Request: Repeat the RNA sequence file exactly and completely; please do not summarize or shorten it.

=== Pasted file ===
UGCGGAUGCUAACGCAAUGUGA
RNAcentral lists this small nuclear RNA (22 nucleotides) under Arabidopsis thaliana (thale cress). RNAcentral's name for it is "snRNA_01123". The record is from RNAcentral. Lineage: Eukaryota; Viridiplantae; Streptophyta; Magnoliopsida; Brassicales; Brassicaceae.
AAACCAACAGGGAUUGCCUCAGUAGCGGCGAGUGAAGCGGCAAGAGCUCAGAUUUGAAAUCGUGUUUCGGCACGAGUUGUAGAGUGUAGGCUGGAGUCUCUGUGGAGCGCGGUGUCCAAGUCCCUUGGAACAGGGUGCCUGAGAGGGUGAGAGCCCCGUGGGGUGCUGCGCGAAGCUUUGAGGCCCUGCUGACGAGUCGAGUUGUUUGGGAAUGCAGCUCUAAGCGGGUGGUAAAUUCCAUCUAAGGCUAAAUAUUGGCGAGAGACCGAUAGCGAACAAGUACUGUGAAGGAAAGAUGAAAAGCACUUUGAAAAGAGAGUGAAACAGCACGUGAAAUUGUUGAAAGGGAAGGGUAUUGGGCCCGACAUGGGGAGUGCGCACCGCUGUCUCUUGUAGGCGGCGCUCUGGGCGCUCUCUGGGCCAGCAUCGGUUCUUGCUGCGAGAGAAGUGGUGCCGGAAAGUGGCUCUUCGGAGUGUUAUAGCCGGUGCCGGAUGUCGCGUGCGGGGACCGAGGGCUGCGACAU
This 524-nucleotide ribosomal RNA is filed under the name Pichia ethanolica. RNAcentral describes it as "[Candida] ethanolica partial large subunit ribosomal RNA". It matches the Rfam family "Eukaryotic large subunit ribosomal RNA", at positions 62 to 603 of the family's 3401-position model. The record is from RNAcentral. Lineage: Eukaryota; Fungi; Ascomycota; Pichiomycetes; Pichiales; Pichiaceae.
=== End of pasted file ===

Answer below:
UGCGGAUGCUAACGCAAUGUGA
RNAcentral lists this small nuclear RNA (22 nucleotides) under Arabidopsis thaliana (thale cress). RNAcentral's name for it is "snRNA_01123". The record is from RNAcentral. Lineage: Eukaryota; Viridiplantae; Streptophyta; Magnoliopsida; Brassicales; Brassicaceae.
AAACCAACAGGGAUUGCCUCAGUAGCGGCGAGUGAAGCGGCAAGAGCUCAGAUUUGAAAUCGUGUUUCGGCACGAGUUGUAGAGUGUAGGCUGGAGUCUCUGUGGAGCGCGGUGUCCAAGUCCCUUGGAACAGGGUGCCUGAGAGGGUGAGAGCCCCGUGGGGUGCUGCGCGAAGCUUUGAGGCCCUGCUGACGAGUCGAGUUGUUUGGGAAUGCAGCUCUAAGCGGGUGGUAAAUUCCAUCUAAGGCUAAAUAUUGGCGAGAGACCGAUAGCGAACAAGUACUGUGAAGGAAAGAUGAAAAGCACUUUGAAAAGAGAGUGAAACAGCACGUGAAAUUGUUGAAAGGGAAGGGUAUUGGGCCCGACAUGGGGAGUGCGCACCGCUGUCUCUUGUAGGCGGCGCUCUGGGCGCUCUCUGGGCCAGCAUCGGUUCUUGCUGCGAGAGAAGUGGUGCCGGAAAGUGGCUCUUCGGAGUGUUAUAGCCGGUGCCGGAUGUCGCGUGCGGGGACCGAGGGCUGCGACAU
This 524-nucleotide ribosomal RNA is filed under the name Pichia ethanolica. RNAcentral describes it as "[Candida] ethanolica partial large subunit ribosomal RNA". It matches the Rfam family "Eukaryotic large subunit ribosomal RNA", at positions 62 to 603 of the family's 3401-position model. The record is from RNAcentral. Lineage: Eukaryota; Fungi; Ascomycota; Pichiomycetes; Pichiales; Pichiaceae.